“They end up fighting over [a lack of] a proposal. I didn’t want to be one of those women. My husband proposed to me a week before our wedding, but it was not that touching or romantic. Maybe because everything was already set; I kept sending him signs, and I knew I was going to get it one day before my wedding,” Lee added.
A romantic proposal can be very stressful for most Korean men. There is also a stark difference between men and women over the concept of a proposal.
A survey conducted in May by the match-making company Gayeon and another online match-making Web site, Anti Single, found that among the 568 respondents, 57 percent of men said that they do not see a proposal as something necessary. But 89 percent of women said a proposal is essential.
In addition, 73 percent of men who are seeing someone under the assumption that they will marry their girlfriends said they feel burdened when thinking of proposing to their significant other.
Among the various reasons, 45 percent said they don’t want to disappoint their girlfriends, and 31 percent said they are afraid to be compared with others’ proposals.
Five percent of respondents said they do not want to be nagged by their future wives for not having proposed.
There are deeper-rooted reasons for the lack of formal proposals.
Chief among them, experts say, is a Korean culture that sees marriage less as a union between a man and a woman, but more as a union of two families, led by parents.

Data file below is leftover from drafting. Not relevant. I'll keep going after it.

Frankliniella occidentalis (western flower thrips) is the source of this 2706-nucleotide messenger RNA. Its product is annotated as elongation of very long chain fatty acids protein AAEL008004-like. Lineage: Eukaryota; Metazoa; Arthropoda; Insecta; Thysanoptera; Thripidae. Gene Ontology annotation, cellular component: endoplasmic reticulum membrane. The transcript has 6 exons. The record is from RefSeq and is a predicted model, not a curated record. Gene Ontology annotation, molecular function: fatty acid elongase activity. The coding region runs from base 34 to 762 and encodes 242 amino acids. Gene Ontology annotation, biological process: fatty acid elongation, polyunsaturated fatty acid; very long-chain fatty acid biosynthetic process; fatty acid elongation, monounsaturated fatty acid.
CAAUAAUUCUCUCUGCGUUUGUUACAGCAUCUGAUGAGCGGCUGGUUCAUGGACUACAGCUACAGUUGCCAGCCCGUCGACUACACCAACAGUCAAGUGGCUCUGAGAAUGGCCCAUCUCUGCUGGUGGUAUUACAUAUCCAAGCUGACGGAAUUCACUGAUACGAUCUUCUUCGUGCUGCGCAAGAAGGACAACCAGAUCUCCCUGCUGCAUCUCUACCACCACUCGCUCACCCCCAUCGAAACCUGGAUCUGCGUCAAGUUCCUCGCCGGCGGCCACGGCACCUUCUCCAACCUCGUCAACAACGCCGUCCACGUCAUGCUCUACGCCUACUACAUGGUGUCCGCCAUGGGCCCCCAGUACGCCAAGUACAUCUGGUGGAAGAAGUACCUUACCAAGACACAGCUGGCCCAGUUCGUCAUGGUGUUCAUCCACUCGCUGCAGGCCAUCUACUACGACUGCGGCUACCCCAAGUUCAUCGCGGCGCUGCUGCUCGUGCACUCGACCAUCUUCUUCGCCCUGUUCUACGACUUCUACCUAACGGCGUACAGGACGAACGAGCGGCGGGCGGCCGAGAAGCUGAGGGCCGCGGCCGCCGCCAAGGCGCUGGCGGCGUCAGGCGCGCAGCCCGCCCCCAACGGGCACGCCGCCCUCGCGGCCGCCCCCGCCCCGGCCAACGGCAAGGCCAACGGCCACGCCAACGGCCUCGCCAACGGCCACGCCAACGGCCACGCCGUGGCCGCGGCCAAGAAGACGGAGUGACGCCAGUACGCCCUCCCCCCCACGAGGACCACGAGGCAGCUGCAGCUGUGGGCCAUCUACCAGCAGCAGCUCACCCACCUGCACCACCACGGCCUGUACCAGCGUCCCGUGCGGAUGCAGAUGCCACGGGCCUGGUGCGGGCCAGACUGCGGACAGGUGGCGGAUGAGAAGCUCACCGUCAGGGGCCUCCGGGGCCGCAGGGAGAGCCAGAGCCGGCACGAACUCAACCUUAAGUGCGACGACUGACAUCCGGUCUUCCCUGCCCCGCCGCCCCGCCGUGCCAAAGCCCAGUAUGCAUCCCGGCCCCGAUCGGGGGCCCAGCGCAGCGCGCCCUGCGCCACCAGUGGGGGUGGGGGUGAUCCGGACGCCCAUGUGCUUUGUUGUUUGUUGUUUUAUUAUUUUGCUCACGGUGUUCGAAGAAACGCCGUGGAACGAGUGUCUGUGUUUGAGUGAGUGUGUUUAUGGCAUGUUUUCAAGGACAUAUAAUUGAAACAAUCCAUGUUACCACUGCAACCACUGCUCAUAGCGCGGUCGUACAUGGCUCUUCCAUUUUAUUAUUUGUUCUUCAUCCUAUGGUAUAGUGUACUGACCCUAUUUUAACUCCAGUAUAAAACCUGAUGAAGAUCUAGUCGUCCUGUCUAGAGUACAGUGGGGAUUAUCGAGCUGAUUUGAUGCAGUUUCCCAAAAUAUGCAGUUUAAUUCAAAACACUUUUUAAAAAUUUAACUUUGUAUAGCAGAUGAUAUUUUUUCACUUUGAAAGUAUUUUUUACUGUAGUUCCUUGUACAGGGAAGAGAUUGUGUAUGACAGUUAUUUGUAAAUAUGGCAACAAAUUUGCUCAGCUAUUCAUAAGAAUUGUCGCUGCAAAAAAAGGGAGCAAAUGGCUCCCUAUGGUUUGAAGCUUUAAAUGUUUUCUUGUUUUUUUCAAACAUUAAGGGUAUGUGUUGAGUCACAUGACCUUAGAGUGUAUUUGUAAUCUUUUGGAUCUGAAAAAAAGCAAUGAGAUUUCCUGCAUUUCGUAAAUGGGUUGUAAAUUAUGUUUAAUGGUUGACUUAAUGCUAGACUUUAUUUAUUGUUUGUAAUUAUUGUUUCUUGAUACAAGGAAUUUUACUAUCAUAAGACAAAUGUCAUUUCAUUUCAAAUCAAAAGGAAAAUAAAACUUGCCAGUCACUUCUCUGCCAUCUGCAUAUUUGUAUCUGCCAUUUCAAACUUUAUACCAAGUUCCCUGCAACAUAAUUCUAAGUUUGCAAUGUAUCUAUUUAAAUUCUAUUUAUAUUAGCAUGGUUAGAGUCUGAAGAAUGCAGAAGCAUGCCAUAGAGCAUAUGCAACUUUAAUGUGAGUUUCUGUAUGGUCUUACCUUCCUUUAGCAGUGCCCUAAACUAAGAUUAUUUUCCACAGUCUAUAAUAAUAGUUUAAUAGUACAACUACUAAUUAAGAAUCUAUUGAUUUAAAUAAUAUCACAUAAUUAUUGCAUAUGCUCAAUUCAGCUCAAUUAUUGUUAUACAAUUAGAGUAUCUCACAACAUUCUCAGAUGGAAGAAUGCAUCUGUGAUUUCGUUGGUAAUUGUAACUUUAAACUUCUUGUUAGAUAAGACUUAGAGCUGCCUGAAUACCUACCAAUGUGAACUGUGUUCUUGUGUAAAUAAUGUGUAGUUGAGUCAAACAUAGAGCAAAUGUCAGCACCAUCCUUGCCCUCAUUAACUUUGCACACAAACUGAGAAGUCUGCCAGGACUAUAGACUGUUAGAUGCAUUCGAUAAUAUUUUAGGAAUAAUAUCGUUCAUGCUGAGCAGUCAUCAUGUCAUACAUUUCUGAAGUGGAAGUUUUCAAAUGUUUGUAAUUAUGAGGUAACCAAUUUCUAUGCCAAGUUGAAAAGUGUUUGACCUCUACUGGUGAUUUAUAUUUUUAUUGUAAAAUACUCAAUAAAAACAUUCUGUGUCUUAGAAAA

“Men and women play leading roles in Western countries as they plan the entire process of the wedding. Their parents are invited. But it’s totally different in Korea,” said Cho Hye-joang, cultural anthropology professor at Yonsei University.
“There are few things you can choose because parents have the upper hand,” Cho added. “In addition, a proposal is not a part of our culture ... Most women dream of getting proposals, and it creates this distorted proposal culture,” she added.
In fact, many parents visit fortune tellers to pick the best day for their child’s wedding - called gilil in Korean. Many couples also choose traditional invitation cards based on their parents’ preferences. Because of this, almost all invitation card manufacturers offer free and mini-sized invitation cards for those who purchase a certain number of cards. These small and mini-sized cards are often handed out to friends of brides and bridegrooms.
Rando Kim, a professor of consumer sciences at Seoul National University, links the Korean way of marrying to family reputation. “In Korea, a wedding is not for the couple, but for parents. Parents want to save face. For this reason, even deciding a wedding venue is not something they cannot be involved in.”
But times are changing and more women are demanding proposals.
Thanks to this new proposal culture, many proposal event companies seek to lure male clients with cheesy, corny, elaborate or traditional proposal events that cost anywhere from a few hundred thousand won to millions of won.
Indeed, it is a budding market - one that many companies are rushing to fill; Hotels, restaurants, theaters, cafes and baseball stadiums have all jumped in.
“It is a recession-proof industry, and I believe it has high potential to become bigger than now. But there should be some strings attached,” said Ahn from Dugeun Dugeun Event.
“Women shouldn’t know about this business. Only men should know,” said Ahn with a big grin on his face.
By Sung So-young [email@example.com]